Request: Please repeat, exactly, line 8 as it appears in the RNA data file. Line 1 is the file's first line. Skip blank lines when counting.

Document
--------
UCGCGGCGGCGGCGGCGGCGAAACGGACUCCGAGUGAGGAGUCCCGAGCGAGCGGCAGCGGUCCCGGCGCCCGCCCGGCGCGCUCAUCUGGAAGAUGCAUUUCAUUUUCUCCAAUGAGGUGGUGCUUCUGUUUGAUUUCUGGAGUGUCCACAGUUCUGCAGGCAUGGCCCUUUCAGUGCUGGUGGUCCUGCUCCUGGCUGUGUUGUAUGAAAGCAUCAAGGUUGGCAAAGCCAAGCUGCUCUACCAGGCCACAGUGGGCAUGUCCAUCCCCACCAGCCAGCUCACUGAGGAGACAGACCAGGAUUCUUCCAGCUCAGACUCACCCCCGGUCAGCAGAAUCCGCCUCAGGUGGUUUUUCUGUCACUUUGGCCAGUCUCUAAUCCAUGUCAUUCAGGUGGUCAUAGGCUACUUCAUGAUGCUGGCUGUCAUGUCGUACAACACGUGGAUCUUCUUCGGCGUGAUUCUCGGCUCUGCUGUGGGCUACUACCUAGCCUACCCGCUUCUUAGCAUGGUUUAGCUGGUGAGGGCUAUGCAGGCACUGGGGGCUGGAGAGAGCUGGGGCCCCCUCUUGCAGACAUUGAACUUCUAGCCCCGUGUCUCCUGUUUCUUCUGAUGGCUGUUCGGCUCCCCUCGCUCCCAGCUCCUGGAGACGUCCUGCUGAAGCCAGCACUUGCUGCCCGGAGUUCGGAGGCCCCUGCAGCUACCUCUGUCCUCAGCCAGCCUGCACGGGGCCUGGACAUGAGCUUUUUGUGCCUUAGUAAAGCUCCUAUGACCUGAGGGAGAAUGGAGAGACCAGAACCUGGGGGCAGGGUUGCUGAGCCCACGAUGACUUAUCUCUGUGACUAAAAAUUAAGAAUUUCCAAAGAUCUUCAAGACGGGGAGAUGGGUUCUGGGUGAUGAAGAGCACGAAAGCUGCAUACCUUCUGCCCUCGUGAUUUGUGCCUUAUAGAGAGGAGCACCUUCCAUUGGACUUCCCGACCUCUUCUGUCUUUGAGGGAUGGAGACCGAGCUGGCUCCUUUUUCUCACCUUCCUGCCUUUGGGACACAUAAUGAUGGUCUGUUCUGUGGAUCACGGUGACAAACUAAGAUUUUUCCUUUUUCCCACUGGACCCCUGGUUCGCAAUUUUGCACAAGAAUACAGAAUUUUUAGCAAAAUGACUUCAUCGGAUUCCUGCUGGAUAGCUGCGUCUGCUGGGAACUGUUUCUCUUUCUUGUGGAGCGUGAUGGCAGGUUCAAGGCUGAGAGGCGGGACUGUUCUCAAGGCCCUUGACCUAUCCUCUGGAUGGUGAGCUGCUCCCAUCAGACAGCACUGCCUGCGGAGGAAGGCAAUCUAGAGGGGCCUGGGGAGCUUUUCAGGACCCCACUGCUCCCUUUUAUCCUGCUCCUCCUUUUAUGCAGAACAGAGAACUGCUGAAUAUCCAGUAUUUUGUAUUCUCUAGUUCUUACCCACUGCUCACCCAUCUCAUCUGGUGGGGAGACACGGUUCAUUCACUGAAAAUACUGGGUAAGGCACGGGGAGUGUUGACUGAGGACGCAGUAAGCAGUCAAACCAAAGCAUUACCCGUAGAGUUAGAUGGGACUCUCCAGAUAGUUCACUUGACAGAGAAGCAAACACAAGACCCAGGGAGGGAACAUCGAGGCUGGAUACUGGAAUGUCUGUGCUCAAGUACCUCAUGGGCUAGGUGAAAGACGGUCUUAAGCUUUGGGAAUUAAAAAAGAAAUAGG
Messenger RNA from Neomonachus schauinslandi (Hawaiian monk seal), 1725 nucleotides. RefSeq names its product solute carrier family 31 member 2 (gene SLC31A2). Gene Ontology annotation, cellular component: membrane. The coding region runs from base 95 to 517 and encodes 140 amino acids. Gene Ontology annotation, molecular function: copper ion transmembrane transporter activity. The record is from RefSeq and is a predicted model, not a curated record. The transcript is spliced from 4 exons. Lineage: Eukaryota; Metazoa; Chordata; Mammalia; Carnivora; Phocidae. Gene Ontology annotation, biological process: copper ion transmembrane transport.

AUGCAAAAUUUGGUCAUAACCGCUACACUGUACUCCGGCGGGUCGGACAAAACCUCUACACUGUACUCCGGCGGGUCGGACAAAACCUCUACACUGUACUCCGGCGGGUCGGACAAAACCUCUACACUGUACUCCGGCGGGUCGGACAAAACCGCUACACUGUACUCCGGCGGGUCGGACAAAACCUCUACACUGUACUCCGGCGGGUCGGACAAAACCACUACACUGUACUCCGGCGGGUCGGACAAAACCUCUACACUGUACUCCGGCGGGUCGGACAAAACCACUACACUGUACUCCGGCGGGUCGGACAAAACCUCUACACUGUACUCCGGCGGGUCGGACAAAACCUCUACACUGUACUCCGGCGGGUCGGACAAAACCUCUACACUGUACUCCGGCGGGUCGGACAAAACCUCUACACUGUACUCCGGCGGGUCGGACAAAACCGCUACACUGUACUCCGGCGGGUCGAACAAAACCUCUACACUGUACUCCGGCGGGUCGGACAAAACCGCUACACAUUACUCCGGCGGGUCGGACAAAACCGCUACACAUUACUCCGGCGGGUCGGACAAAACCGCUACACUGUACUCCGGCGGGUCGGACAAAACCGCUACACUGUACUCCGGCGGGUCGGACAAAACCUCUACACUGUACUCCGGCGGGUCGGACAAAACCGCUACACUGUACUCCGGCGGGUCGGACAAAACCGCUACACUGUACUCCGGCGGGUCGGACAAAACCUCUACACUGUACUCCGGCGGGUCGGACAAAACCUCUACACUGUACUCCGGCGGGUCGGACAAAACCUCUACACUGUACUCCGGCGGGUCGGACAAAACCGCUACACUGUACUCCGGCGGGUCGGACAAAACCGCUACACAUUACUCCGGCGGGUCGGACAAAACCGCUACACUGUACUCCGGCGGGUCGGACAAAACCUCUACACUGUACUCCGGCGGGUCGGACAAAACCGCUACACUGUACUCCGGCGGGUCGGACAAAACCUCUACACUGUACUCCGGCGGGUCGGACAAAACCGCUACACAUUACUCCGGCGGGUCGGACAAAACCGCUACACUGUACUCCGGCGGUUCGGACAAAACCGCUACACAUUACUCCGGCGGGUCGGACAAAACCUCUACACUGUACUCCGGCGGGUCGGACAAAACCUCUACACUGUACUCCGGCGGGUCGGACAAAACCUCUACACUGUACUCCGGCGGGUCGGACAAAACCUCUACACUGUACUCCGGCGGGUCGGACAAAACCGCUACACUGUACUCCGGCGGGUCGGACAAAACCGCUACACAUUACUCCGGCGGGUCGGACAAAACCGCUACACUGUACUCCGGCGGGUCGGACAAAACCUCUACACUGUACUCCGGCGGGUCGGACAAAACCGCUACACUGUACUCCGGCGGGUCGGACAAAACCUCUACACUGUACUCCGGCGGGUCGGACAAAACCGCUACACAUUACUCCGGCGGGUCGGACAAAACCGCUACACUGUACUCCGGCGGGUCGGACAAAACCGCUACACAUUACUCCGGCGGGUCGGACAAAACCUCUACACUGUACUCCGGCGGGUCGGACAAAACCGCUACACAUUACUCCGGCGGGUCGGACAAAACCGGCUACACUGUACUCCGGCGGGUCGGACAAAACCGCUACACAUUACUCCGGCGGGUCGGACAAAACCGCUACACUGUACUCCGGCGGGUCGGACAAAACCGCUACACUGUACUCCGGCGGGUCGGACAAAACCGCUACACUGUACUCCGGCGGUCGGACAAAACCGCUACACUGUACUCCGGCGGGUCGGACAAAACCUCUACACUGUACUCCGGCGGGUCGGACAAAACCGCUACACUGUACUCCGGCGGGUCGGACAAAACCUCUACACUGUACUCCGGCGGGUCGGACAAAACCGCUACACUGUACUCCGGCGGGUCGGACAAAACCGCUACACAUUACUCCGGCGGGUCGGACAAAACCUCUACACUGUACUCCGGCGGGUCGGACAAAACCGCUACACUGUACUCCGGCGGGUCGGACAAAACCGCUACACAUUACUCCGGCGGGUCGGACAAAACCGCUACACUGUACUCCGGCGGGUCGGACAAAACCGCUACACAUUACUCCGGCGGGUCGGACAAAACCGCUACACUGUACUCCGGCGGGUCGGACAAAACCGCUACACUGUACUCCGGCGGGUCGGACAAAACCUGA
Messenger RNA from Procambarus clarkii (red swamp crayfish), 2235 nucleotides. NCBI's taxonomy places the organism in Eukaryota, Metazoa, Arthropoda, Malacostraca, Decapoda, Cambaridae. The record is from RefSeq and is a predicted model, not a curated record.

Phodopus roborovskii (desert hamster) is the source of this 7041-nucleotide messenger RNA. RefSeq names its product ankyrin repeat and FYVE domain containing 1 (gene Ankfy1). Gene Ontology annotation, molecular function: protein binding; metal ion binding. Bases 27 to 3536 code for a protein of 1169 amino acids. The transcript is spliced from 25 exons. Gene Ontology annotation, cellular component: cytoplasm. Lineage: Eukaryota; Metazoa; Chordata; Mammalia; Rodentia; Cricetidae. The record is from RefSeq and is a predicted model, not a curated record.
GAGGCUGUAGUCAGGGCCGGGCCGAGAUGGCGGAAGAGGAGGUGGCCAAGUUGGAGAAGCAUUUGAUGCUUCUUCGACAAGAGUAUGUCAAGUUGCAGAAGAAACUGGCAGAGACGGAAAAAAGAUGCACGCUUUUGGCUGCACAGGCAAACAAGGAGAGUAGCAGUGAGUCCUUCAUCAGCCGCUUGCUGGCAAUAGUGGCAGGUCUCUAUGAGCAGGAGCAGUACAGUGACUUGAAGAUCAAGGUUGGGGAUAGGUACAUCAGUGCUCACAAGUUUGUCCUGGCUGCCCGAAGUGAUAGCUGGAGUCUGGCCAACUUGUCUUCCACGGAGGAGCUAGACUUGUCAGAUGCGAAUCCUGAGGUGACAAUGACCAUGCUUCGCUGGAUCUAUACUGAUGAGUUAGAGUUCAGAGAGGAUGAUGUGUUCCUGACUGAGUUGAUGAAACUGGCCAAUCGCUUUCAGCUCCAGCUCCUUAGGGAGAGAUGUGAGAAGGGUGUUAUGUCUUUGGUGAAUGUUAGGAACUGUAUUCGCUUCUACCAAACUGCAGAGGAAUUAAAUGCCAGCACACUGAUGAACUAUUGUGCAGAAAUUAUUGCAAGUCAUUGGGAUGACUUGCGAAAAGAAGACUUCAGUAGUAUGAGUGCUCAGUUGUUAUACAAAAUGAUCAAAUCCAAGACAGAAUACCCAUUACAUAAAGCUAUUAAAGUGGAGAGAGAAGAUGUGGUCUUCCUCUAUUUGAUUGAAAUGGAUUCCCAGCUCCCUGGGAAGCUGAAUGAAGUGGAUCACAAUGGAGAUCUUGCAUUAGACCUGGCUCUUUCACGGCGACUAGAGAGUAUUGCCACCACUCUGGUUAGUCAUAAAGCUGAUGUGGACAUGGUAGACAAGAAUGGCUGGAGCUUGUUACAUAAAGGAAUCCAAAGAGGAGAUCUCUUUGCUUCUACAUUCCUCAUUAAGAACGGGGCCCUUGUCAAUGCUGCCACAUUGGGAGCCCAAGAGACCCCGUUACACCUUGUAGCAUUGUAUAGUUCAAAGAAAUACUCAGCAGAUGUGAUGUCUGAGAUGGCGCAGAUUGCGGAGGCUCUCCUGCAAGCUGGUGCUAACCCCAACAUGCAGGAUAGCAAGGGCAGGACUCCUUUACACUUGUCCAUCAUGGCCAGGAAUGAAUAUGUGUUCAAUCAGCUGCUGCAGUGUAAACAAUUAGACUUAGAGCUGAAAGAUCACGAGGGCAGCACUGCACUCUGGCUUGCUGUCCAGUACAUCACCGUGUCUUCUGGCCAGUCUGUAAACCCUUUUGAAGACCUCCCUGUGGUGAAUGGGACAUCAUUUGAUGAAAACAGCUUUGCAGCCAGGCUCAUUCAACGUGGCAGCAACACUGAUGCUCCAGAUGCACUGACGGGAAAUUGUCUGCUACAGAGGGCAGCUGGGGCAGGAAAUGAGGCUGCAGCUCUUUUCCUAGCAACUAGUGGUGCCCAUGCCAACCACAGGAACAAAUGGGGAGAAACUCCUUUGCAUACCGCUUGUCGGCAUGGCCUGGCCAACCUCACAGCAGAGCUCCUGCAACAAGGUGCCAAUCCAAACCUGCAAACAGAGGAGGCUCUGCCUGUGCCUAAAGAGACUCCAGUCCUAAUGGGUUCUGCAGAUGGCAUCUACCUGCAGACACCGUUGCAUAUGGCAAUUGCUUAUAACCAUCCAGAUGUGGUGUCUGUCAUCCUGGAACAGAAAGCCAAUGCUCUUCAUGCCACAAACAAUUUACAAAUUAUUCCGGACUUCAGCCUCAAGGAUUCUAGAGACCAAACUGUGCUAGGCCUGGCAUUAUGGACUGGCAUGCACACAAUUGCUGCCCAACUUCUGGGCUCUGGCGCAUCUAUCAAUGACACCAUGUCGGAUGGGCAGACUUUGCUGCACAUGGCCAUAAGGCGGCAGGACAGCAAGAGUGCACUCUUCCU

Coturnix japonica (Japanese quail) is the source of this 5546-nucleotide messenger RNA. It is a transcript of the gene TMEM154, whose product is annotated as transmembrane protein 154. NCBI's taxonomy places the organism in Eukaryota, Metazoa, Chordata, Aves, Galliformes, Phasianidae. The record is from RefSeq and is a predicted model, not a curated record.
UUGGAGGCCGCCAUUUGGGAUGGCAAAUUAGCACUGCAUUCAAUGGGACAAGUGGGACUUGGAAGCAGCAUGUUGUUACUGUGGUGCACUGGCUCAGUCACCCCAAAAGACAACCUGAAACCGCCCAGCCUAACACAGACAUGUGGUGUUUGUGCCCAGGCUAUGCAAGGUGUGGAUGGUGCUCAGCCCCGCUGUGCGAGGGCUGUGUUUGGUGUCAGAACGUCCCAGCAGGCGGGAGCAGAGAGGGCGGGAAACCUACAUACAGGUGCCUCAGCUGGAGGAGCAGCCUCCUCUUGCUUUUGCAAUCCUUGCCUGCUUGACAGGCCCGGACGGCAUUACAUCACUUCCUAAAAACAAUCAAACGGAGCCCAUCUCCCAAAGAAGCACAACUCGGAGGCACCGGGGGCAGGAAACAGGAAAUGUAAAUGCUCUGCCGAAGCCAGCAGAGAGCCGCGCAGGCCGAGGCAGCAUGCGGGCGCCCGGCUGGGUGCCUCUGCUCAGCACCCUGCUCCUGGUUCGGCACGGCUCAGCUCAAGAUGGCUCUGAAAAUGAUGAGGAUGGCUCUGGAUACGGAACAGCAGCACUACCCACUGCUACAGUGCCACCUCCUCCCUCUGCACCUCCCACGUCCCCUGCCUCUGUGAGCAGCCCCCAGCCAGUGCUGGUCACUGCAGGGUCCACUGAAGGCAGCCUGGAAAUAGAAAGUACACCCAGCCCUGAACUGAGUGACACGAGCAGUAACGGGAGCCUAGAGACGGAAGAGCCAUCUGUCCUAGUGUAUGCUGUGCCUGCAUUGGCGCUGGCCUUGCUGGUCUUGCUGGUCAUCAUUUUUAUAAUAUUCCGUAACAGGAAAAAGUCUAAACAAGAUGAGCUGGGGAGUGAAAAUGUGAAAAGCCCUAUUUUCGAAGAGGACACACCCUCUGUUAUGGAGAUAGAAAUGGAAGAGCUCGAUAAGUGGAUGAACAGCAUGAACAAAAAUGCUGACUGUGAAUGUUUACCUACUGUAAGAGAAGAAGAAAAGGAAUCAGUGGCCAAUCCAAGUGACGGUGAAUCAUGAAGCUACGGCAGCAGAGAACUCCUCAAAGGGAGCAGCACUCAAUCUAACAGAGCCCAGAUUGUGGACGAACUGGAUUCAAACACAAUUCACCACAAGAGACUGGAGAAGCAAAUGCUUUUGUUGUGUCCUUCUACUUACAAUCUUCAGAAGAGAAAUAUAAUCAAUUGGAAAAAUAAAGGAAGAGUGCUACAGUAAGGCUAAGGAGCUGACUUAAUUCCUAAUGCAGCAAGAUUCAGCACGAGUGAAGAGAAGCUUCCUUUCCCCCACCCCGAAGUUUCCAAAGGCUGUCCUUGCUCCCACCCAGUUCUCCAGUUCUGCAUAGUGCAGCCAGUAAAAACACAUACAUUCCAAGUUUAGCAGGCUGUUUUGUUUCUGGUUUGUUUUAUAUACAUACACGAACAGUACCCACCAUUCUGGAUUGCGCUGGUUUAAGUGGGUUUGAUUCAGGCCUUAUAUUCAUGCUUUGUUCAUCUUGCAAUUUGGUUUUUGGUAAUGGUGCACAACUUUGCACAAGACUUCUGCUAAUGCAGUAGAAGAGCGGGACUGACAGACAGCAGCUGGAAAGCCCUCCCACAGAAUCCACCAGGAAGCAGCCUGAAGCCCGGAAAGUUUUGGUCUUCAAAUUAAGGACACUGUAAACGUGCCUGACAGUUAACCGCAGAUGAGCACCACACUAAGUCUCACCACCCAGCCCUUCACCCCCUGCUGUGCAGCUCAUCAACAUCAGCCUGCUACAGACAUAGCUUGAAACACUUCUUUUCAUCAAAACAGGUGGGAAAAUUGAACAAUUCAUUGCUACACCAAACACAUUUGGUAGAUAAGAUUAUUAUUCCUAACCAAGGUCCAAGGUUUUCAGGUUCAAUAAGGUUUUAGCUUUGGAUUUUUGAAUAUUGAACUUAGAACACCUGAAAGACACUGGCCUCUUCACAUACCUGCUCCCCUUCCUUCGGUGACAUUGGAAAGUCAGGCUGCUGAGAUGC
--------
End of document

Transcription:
UUGGAGGCCGCCAUUUGGGAUGGCAAAUUAGCACUGCAUUCAAUGGGACAAGUGGGACUUGGAAGCAGCAUGUUGUUACUGUGGUGCACUGGCUCAGUCACCCCAAAAGACAACCUGAAACCGCCCAGCCUAACACAGACAUGUGGUGUUUGUGCCCAGGCUAUGCAAGGUGUGGAUGGUGCUCAGCCCCGCUGUGCGAGGGCUGUGUUUGGUGUCAGAACGUCCCAGCAGGCGGGAGCAGAGAGGGCGGGAAACCUACAUACAGGUGCCUCAGCUGGAGGAGCAGCCUCCUCUUGCUUUUGCAAUCCUUGCCUGCUUGACAGGCCCGGACGGCAUUACAUCACUUCCUAAAAACAAUCAAACGGAGCCCAUCUCCCAAAGAAGCACAACUCGGAGGCACCGGGGGCAGGAAACAGGAAAUGUAAAUGCUCUGCCGAAGCCAGCAGAGAGCCGCGCAGGCCGAGGCAGCAUGCGGGCGCCCGGCUGGGUGCCUCUGCUCAGCACCCUGCUCCUGGUUCGGCACGGCUCAGCUCAAGAUGGCUCUGAAAAUGAUGAGGAUGGCUCUGGAUACGGAACAGCAGCACUACCCACUGCUACAGUGCCACCUCCUCCCUCUGCACCUCCCACGUCCCCUGCCUCUGUGAGCAGCCCCCAGCCAGUGCUGGUCACUGCAGGGUCCACUGAAGGCAGCCUGGAAAUAGAAAGUACACCCAGCCCUGAACUGAGUGACACGAGCAGUAACGGGAGCCUAGAGACGGAAGAGCCAUCUGUCCUAGUGUAUGCUGUGCCUGCAUUGGCGCUGGCCUUGCUGGUCUUGCUGGUCAUCAUUUUUAUAAUAUUCCGUAACAGGAAAAAGUCUAAACAAGAUGAGCUGGGGAGUGAAAAUGUGAAAAGCCCUAUUUUCGAAGAGGACACACCCUCUGUUAUGGAGAUAGAAAUGGAAGAGCUCGAUAAGUGGAUGAACAGCAUGAACAAAAAUGCUGACUGUGAAUGUUUACCUACUGUAAGAGAAGAAGAAAAGGAAUCAGUGGCCAAUCCAAGUGACGGUGAAUCAUGAAGCUACGGCAGCAGAGAACUCCUCAAAGGGAGCAGCACUCAAUCUAACAGAGCCCAGAUUGUGGACGAACUGGAUUCAAACACAAUUCACCACAAGAGACUGGAGAAGCAAAUGCUUUUGUUGUGUCCUUCUACUUACAAUCUUCAGAAGAGAAAUAUAAUCAAUUGGAAAAAUAAAGGAAGAGUGCUACAGUAAGGCUAAGGAGCUGACUUAAUUCCUAAUGCAGCAAGAUUCAGCACGAGUGAAGAGAAGCUUCCUUUCCCCCACCCCGAAGUUUCCAAAGGCUGUCCUUGCUCCCACCCAGUUCUCCAGUUCUGCAUAGUGCAGCCAGUAAAAACACAUACAUUCCAAGUUUAGCAGGCUGUUUUGUUUCUGGUUUGUUUUAUAUACAUACACGAACAGUACCCACCAUUCUGGAUUGCGCUGGUUUAAGUGGGUUUGAUUCAGGCCUUAUAUUCAUGCUUUGUUCAUCUUGCAAUUUGGUUUUUGGUAAUGGUGCACAACUUUGCACAAGACUUCUGCUAAUGCAGUAGAAGAGCGGGACUGACAGACAGCAGCUGGAAAGCCCUCCCACAGAAUCCACCAGGAAGCAGCCUGAAGCCCGGAAAGUUUUGGUCUUCAAAUUAAGGACACUGUAAACGUGCCUGACAGUUAACCGCAGAUGAGCACCACACUAAGUCUCACCACCCAGCCCUUCACCCCCUGCUGUGCAGCUCAUCAACAUCAGCCUGCUACAGACAUAGCUUGAAACACUUCUUUUCAUCAAAACAGGUGGGAAAAUUGAACAAUUCAUUGCUACACCAAACACAUUUGGUAGAUAAGAUUAUUAUUCCUAACCAAGGUCCAAGGUUUUCAGGUUCAAUAAGGUUUUAGCUUUGGAUUUUUGAAUAUUGAACUUAGAACACCUGAAAGACACUGGCCUCUUCACAUACCUGCUCCCCUUCCUUCGGUGACAUUGGAAAGUCAGGCUGCUGAGAUGC